If you haven’t done much discrete math in a while, you should also review some of the key discrete-math concepts that appear often in these puzzles, eg: Binomial Theorem, Pigeon-Hole principle, Unique Prime Factorization, Bayes Theorem etc. If the majority of your questions are in this category, the role might not be well-defined or the interviewers were not well-prepared. Highly technical teams tend to limit these questions to about 1 question per interview and will typically phrase these questions in precise mathematical terms rather than a play with words.
C) Fundamental Domain Problems: These are questions narrowed down to the general domain of the job (eg: Programming or Linear Algebra or Thermodynamics). So they are somewhere between the broad umbrella of STEM and the narrow area of expertise required for the job (eg: Python programming or Stochastic Calculus). These questions require subject-expertise at the Sophomore-Junior level. These questions are fairly fundamental but will require you to be strong in the general domain of the job.
Here’s an example for a job involving programming: “Write an efficient algorithm to enumerate all subsets of a set of integers (no subset should be repeated)”. If you have been focused on a narrow area for a long time (say Java programming), you should prepare for these questions by reviewing some of the books you used in your Sophomore and Junior year courses (for tech jobs, Data Structures and Algorithms is a favorite topic in this category).
These questions are critical in any job that emphasizes the general caliber of a candidate more than narrow skills. In such jobs, you want good problem solvers with a solid undergraduate foundation who can pick up the requisite skills pretty quickly. Be very thorough with the details as the interviewer will typically expect you to get to the final solution. eg: you’ll be expected to work out a definite integral all the way to the final answer on the whiteboard, or you’ll be expected to write a program on a laptop and make sure that it’s working correctly. Being precise is important because interviewers will often report back just your final answer (a single number or the output of your code) during post-interview discussions.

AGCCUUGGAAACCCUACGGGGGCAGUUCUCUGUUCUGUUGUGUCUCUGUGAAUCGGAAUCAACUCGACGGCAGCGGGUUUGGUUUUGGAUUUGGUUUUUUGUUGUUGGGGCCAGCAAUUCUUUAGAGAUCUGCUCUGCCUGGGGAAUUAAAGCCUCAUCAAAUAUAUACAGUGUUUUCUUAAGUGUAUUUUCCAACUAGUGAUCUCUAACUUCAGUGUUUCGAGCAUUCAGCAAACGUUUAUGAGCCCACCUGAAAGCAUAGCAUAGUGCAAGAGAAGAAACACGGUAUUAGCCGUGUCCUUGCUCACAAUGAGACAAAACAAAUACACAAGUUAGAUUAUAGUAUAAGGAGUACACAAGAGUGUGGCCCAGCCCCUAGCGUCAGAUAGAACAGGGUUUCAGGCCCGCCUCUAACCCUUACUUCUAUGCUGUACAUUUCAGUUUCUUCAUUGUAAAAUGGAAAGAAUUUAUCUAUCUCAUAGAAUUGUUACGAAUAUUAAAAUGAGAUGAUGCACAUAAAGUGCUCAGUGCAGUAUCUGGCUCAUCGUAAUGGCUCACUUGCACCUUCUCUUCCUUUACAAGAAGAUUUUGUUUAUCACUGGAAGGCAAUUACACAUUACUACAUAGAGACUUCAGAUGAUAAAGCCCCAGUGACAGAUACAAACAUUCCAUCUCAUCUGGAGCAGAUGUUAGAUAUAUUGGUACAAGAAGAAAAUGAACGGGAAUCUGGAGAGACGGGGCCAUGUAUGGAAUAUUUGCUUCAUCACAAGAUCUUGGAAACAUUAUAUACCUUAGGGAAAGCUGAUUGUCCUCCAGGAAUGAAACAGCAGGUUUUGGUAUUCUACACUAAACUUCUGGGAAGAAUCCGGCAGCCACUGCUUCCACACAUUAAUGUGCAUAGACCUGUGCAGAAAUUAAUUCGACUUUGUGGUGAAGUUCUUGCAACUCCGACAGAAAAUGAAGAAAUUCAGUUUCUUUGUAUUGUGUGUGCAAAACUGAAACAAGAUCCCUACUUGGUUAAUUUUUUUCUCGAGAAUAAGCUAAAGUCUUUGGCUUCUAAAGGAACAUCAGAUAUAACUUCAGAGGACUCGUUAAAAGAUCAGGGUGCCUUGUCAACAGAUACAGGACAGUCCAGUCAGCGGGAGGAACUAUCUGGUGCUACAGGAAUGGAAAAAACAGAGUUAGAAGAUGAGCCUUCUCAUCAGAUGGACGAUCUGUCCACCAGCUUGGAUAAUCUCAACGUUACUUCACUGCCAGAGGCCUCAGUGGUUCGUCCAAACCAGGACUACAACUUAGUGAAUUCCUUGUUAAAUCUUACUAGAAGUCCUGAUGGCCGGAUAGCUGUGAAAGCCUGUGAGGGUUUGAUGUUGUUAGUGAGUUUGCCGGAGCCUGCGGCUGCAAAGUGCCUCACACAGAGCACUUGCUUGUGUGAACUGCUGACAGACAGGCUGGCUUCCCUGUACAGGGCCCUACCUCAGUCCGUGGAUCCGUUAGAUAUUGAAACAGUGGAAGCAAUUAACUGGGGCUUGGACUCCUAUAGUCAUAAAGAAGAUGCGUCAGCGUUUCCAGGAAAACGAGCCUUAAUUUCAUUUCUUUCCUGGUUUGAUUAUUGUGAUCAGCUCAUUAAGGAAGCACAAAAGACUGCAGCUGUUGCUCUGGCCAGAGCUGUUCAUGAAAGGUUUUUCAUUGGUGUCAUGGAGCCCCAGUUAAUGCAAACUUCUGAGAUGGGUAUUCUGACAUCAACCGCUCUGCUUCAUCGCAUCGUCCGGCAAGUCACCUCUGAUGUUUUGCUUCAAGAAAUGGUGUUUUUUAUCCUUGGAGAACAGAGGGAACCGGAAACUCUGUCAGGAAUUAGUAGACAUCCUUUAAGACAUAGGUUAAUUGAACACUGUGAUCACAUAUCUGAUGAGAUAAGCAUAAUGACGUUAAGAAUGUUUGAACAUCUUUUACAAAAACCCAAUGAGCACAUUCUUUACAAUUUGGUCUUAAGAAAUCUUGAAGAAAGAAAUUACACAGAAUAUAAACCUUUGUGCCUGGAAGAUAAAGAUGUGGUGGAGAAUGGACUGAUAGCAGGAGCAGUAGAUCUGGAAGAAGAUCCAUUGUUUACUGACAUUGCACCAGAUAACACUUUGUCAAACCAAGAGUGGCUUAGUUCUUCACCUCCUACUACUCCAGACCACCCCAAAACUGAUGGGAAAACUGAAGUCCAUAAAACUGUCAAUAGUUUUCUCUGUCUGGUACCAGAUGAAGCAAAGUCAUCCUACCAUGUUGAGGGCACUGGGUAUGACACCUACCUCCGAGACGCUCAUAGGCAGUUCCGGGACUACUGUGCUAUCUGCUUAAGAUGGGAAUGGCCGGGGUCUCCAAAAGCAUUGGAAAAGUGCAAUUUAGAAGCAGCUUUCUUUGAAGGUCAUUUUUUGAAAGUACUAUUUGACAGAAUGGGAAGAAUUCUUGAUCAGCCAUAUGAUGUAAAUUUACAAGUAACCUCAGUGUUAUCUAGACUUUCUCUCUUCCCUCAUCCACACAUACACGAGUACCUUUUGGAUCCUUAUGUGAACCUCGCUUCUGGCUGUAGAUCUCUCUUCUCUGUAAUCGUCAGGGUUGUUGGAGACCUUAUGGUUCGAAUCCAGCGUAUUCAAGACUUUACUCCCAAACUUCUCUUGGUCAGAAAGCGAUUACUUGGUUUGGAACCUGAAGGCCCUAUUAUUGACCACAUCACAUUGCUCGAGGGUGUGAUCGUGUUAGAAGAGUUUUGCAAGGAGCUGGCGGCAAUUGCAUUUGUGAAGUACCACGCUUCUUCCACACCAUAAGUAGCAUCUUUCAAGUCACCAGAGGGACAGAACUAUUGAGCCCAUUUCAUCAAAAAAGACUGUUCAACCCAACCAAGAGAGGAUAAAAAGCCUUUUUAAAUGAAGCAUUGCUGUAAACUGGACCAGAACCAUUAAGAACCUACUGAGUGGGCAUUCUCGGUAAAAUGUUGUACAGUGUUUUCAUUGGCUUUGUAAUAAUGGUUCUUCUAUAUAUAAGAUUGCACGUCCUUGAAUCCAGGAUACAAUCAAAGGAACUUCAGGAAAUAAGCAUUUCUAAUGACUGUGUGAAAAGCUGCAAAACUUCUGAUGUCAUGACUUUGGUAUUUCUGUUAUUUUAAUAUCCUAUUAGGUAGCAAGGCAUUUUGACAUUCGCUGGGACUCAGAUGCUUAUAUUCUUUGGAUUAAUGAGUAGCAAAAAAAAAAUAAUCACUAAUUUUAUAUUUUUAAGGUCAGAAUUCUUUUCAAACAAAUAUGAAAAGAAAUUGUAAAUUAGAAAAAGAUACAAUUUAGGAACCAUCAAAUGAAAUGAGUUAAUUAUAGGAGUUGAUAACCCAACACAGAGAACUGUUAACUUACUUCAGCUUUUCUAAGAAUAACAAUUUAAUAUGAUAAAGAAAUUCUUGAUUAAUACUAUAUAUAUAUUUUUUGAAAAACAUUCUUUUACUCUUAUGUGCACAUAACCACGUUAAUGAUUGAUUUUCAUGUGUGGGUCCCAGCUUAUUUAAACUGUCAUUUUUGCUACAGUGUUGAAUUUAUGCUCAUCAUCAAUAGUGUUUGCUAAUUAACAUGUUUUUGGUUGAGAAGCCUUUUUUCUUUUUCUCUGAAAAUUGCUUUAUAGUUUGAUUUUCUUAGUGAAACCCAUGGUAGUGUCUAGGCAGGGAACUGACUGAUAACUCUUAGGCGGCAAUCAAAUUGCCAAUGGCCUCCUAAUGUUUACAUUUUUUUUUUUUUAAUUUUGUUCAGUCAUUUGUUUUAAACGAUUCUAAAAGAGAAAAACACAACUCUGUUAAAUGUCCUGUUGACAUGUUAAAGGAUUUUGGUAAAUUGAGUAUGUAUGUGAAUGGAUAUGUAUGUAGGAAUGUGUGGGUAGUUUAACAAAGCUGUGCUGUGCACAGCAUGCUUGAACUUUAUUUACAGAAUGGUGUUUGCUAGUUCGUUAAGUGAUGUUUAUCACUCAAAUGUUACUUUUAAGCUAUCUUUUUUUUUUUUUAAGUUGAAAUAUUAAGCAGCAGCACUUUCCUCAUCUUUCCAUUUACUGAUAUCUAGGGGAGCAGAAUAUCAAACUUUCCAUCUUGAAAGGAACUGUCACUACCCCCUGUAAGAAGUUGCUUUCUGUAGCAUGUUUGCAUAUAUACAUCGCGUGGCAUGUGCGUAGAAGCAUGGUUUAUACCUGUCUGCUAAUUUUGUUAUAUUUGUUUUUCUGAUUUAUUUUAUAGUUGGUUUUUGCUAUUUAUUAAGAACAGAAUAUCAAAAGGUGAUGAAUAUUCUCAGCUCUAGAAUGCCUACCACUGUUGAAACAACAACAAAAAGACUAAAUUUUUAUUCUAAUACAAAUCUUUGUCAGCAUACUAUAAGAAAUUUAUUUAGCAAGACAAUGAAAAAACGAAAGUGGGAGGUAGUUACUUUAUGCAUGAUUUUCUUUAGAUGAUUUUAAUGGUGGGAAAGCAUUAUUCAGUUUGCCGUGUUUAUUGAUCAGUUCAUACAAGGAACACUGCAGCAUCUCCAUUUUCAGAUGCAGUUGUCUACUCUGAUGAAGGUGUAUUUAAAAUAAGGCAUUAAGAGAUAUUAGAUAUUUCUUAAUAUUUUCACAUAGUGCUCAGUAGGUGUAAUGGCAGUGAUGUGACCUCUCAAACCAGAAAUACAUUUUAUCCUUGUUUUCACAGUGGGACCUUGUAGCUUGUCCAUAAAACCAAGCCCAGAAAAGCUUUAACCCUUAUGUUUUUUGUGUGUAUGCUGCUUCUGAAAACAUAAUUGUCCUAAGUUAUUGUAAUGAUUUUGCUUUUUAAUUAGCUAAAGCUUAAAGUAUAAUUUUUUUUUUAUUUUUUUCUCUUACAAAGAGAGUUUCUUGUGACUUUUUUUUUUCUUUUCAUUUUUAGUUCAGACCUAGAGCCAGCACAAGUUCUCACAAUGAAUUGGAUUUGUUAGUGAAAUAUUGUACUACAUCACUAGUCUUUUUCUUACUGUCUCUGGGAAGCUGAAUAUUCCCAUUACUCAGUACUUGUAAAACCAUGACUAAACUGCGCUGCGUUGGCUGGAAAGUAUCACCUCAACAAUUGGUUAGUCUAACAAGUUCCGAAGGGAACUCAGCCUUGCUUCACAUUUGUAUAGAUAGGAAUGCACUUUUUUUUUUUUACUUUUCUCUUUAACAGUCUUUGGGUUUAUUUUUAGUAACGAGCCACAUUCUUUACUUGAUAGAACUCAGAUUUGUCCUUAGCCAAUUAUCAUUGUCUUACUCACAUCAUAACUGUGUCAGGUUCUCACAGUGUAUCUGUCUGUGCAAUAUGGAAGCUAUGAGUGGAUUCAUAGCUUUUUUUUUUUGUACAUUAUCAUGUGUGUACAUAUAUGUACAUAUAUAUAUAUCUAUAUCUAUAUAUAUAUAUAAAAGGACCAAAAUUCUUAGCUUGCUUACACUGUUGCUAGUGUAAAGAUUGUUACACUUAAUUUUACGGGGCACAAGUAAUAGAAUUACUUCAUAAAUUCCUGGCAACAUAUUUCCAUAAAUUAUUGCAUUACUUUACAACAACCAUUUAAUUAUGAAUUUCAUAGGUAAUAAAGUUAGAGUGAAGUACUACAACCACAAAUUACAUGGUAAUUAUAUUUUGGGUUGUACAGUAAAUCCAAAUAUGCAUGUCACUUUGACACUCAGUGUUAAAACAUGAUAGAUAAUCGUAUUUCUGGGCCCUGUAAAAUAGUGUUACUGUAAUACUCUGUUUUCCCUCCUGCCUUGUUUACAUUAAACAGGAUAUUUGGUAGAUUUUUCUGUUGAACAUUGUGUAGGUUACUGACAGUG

D) Advanced Skill Questions: These are questions that evaluate your expertise in the narrow area (or areas) relevant to the job. Examples would be – Expertise in Parabolic Partial Differential Equations, or expertise in Support Vector Machines (an area within Machine Learning), or expertise in Scala programming. These require background at the senior level and more typically at the graduate-school level. Note that if you have a Ph.D., you will be asked fairly advanced questions in topics pertaining to your Ph.D. thesis (even if the job doesn’t require those specific skills).
The purpose of this category of questions is to evaluate how good you are in your claimed area (or areas) of expertise. I emphasise the word “claimed” because this is where a lot of candidates trip up – candidates tend to oversell their skills and rate themselves a lot higher that their true ability. The best groups at good firms will have people with expertise in a wide range of areas and so you can’t fake your way through.
It’s important to note here that often you are not expected to “solve the problem”. These questions often tend to be open-ended and geared towards a discussion rather than a final solution. The interviewer will typically want to know how you would approach the problem and what kind of techniques you have experience with. Interviewers will often also look for communication and presentation skills via this category of questions.
Good luck with your interviews!